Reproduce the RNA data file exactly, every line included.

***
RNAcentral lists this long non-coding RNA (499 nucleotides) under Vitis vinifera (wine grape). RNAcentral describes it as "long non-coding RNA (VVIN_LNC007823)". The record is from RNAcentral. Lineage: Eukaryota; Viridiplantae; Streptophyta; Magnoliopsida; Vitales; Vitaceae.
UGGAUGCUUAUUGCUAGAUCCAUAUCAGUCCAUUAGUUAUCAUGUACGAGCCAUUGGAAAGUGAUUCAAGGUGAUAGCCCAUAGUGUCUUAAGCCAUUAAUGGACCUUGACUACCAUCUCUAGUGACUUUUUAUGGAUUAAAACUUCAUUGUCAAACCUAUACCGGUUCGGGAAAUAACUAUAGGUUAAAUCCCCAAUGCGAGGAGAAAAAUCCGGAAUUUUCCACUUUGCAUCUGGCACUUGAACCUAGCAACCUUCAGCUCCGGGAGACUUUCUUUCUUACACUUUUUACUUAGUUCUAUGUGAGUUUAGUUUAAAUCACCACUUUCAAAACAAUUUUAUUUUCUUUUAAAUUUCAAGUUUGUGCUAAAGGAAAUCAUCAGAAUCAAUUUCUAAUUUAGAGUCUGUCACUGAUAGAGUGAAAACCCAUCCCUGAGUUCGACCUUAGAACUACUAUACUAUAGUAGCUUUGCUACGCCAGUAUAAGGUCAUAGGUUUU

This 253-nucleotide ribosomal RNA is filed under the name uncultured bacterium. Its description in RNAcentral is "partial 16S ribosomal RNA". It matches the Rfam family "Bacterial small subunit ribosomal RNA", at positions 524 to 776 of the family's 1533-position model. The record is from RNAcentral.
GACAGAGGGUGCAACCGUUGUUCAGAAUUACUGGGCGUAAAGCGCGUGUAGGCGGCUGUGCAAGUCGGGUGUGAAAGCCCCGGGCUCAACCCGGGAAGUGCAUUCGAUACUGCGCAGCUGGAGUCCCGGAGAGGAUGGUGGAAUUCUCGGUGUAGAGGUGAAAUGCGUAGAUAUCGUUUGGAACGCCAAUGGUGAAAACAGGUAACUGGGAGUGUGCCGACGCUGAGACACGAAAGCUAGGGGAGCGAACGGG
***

RNAcentral lists this long non-coding RNA (499 nucleotides) under Vitis vinifera (wine grape). RNAcentral describes it as "long non-coding RNA (VVIN_LNC007823)". The record is from RNAcentral. Lineage: Eukaryota; Viridiplantae; Streptophyta; Magnoliopsida; Vitales; Vitaceae.
UGGAUGCUUAUUGCUAGAUCCAUAUCAGUCCAUUAGUUAUCAUGUACGAGCCAUUGGAAAGUGAUUCAAGGUGAUAGCCCAUAGUGUCUUAAGCCAUUAAUGGACCUUGACUACCAUCUCUAGUGACUUUUUAUGGAUUAAAACUUCAUUGUCAAACCUAUACCGGUUCGGGAAAUAACUAUAGGUUAAAUCCCCAAUGCGAGGAGAAAAAUCCGGAAUUUUCCACUUUGCAUCUGGCACUUGAACCUAGCAACCUUCAGCUCCGGGAGACUUUCUUUCUUACACUUUUUACUUAGUUCUAUGUGAGUUUAGUUUAAAUCACCACUUUCAAAACAAUUUUAUUUUCUUUUAAAUUUCAAGUUUGUGCUAAAGGAAAUCAUCAGAAUCAAUUUCUAAUUUAGAGUCUGUCACUGAUAGAGUGAAAACCCAUCCCUGAGUUCGACCUUAGAACUACUAUACUAUAGUAGCUUUGCUACGCCAGUAUAAGGUCAUAGGUUUU

This 253-nucleotide ribosomal RNA is filed under the name uncultured bacterium. Its description in RNAcentral is "partial 16S ribosomal RNA". It matches the Rfam family "Bacterial small subunit ribosomal RNA", at positions 524 to 776 of the family's 1533-position model. The record is from RNAcentral.
GACAGAGGGUGCAACCGUUGUUCAGAAUUACUGGGCGUAAAGCGCGUGUAGGCGGCUGUGCAAGUCGGGUGUGAAAGCCCCGGGCUCAACCCGGGAAGUGCAUUCGAUACUGCGCAGCUGGAGUCCCGGAGAGGAUGGUGGAAUUCUCGGUGUAGAGGUGAAAUGCGUAGAUAUCGUUUGGAACGCCAAUGGUGAAAACAGGUAACUGGGAGUGUGCCGACGCUGAGACACGAAAGCUAGGGGAGCGAACGGG